Our ever-growing portfolio means always have the right equipment solution for any client need – and our planning team have the direct resource required to feed equipment into all types of project following the scoping and design stages of a build.
A foul drainage SVP or stub stack (min. 100mm diameter) should be situated in the ‘wet’ side of the laundry. The portion of external wall to receive the dryer ducts and air inlet panels should be in the ‘dry’ side. As a rule of thumb each washer and ironer will be three phase, generally around 32 amps per phase. Dryers tend to be single phase 13 amp if gas heated or three phase if electric heated.
Hot and cold water supplies which supply up to 24 litres per minute at 1.5 bar minimum are required under normal circumstances. JLA washers are fitted with a built in type `A` air gap, which means dedicated water services and back flow prevention devices are no longer required.
Exhaust outlets and inlets
A tumble dryer operates as a forced draught unit. That is to say that the fan inside the dryer actually draws air out of the room and into the dryer. The air is then passed over the heat source (gas, electric or steam coil) and into the drum to dry the linen, therefore being forced outside via the exhaust duct. This is why the exhaust duct and the air inlet panel into the room are always the same size irrespective of the type of heating the dryer uses.
The duct size and air inlet panel size increases in proportion to the size and number of the dryers in the laundry. JLA can provide exact details and sizes of these once the specific dryer types and quantities have been agreed.
The dryer outlet to atmosphere (even for gas dryers) is completely harmless, albeit unpleasant and musty in odour. The duct can be vented out at any point, high or low, where the odour is least likely to cause offence (away from open windows and the air inlet panel).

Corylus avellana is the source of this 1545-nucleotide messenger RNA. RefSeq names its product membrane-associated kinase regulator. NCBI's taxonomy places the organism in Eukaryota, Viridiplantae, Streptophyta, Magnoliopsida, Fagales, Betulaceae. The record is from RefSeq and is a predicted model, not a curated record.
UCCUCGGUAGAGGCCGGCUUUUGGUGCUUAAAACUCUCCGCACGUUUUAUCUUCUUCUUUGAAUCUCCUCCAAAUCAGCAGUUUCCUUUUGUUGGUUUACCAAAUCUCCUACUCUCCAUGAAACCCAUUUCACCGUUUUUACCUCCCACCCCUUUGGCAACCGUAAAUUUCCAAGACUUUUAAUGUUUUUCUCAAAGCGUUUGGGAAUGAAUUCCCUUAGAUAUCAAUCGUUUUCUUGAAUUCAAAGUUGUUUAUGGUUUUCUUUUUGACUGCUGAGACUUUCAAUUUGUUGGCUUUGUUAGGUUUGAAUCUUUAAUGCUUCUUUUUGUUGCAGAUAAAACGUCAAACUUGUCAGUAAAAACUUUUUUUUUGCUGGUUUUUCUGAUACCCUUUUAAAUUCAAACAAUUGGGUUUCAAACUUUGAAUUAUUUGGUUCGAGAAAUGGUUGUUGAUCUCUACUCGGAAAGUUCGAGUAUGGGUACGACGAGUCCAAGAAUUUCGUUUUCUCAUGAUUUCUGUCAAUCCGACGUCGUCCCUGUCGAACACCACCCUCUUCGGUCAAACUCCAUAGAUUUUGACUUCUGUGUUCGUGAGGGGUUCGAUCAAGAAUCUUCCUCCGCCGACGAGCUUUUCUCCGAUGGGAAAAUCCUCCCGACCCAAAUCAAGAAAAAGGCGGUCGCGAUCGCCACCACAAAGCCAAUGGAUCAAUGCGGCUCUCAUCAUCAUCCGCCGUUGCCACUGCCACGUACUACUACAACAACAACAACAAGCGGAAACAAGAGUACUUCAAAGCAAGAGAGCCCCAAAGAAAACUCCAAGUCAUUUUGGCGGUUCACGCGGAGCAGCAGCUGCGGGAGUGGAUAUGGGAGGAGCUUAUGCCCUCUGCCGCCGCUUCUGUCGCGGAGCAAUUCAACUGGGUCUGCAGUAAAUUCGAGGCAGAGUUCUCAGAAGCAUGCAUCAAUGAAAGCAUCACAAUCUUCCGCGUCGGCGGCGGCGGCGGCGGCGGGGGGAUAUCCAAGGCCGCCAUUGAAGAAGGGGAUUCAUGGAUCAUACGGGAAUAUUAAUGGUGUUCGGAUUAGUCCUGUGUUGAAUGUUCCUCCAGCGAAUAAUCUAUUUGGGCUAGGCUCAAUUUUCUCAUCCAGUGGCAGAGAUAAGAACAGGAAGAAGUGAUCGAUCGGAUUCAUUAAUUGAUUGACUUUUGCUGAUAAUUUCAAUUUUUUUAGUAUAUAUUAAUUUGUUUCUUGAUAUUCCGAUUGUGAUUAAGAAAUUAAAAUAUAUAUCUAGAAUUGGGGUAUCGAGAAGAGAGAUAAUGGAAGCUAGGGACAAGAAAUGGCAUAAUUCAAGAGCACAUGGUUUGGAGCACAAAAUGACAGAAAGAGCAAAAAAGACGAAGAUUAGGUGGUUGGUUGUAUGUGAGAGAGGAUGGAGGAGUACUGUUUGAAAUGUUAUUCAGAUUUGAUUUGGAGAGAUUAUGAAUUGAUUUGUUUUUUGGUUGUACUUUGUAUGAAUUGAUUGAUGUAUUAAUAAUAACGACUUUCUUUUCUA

It is often believed that the exhaust from a gas dryer is harmful due to the presence of combustion gases. Whilst this is technically correct, because the dryer is a forced draught unit the air passed over the heat source has diluted the combustion gasses to the point where they account for less than 2% of the total volume of the exhausted air and are therefore harmless.
The discharge or flue from a boiler is different to an exhaust duct from a dryer in that its content is made up entirely of combustion by-products such as carbon dioxide. The flue must always be terminated at high level out of harm’s way and must always travel in a vertical direction – 45 degree bends may be employed to adjust its route, but never 90 degree bends.
Contact JLA for more information on commercial laundry equipment.
Comments on this Laundry room planning guide article are welcome.
House for a Gardener, London, England, UK
Design: Amos Goldreich Architecture
photograph : Ollie Hammick
House for a Gardener, Haringey
Comments / photos for the Laundry room planning guide advice page welcome